Retail in the US is the leading industry in terms of employment, so it has a massive effect. What stands out is the deployment and excellence of Amazon through its points of sale. The company is signing partnerships, including with Starbucks, to create the most autonomous shop possible in New York with Amazon Go and Amazon One (a payment system based on customer palm recognition). Amazon is a very inspiring retailer (over 500 shops worldwide) in terms of innovation with the launch of a shop in Los Angeles, called Amazon Style, which is a stand-alone version of personalized shopping. Other major American players are joining forces to facilitate the customer experience. In their CSR approach, Americans are more aware of the social aspect than in France.
"The retail sector must integrate the increasing complexity of the customer journey with the multiplication of contact points and a hybridization of the purchasing process."
What are the commitments or brands that inspire you?
Amazon obviously impresses me for its expertise in retail, but also Nike and Walmart, which have applied the same fundamentals to accelerate digital. In France, Club Med is a good example of reconciling a raison d'être based on happiness that dates back more than 70 years with a customer-centric strategy based on a reinvented business model.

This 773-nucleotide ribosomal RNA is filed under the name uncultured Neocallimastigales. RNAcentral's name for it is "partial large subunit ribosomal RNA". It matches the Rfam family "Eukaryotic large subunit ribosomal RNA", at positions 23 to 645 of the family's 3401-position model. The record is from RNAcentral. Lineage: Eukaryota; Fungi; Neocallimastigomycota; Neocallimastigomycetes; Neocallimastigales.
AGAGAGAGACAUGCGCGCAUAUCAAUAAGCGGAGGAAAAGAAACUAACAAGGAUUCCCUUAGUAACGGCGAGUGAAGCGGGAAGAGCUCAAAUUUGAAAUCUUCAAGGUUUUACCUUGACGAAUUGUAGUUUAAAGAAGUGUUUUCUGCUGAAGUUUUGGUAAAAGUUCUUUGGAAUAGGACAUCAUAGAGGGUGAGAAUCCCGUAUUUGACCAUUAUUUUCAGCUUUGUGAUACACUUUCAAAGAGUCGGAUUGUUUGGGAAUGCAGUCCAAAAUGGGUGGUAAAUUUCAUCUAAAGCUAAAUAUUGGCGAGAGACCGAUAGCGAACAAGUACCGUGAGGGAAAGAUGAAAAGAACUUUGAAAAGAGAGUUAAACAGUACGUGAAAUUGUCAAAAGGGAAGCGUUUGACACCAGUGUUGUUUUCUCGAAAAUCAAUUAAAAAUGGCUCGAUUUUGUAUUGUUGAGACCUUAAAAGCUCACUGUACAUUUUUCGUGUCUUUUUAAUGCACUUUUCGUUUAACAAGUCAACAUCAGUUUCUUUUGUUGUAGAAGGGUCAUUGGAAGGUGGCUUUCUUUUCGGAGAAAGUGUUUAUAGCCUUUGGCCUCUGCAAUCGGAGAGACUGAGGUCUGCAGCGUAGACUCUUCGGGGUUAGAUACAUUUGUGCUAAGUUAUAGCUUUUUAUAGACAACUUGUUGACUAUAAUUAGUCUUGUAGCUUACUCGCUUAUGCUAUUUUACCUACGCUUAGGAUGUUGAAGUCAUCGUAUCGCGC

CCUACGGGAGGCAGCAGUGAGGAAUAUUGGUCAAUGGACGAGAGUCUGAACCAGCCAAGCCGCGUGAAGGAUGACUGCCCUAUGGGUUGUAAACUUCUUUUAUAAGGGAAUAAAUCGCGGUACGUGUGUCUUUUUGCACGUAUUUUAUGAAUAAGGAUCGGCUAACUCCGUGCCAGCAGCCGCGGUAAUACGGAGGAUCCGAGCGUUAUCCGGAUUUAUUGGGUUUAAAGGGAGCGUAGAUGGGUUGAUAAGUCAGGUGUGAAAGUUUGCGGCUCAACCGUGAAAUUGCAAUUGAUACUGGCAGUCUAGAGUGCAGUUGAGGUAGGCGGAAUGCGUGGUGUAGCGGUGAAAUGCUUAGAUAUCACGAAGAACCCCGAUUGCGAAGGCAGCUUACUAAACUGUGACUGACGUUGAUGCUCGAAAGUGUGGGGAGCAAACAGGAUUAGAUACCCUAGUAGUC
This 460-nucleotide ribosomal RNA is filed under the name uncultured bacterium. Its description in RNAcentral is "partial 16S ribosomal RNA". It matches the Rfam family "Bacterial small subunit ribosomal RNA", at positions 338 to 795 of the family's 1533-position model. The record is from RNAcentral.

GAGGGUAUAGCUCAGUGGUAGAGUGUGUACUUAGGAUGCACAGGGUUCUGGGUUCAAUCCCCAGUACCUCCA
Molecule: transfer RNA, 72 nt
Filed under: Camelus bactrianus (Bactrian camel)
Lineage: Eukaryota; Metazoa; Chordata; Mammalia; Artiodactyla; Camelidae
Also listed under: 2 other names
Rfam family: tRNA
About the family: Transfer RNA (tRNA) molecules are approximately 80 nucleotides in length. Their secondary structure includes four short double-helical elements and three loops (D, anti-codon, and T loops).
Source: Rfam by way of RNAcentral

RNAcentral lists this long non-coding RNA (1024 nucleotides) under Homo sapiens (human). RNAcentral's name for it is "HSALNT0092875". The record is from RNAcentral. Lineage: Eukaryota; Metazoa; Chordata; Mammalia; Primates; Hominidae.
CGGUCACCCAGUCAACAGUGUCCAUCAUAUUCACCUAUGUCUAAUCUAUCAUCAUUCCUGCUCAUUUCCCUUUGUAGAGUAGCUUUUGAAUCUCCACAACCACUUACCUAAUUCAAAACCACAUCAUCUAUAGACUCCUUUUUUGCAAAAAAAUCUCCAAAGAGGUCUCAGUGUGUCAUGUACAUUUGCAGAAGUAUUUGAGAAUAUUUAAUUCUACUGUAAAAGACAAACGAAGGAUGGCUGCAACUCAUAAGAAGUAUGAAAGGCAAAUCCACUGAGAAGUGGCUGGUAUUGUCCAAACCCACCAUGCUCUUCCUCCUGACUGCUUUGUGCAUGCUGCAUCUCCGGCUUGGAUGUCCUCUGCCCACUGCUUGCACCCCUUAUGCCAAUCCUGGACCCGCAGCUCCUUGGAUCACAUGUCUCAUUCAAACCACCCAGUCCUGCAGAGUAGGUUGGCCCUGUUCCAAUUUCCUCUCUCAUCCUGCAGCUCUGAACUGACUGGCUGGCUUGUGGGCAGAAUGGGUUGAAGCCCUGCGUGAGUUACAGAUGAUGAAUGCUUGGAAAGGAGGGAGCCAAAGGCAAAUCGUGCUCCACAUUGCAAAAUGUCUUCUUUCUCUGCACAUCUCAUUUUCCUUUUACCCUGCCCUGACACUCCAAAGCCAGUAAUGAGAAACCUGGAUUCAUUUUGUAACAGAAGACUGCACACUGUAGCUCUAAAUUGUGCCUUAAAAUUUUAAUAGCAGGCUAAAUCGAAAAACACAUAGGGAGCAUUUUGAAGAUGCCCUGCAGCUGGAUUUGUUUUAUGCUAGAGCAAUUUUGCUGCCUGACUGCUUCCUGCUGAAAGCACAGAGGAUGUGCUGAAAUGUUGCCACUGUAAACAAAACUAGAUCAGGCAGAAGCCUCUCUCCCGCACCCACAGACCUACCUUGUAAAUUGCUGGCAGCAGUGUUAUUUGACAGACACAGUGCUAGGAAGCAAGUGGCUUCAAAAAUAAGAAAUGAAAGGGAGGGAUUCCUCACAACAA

What trends do you see emerging in terms of consumption and the relationship with brands in general?
I can see consumers becoming more and more responsible, brands becoming less and less in control, the role of celebrities becoming more and more important as sources of trust, increased vigilance with regard to privacy and personal data in general, and a new relationship with space, more local but also more digital.
You have been a marketing director in many different companies - Club Med, Formula E, and Tough Mudder... -How do these experiences help you build the future?
Tourism, sport, and the experiential sector are ultimately based on the same marketing pillars, i.e. very strong brand foundations, expertise in the issue of customer paths and data, and finally an innovative dimension in the corporate culture. My experiences at Formula E and Tough Mudder (entertainment) have taught me the importance of content in an attention economy. These passion-based industries need a continuous connection.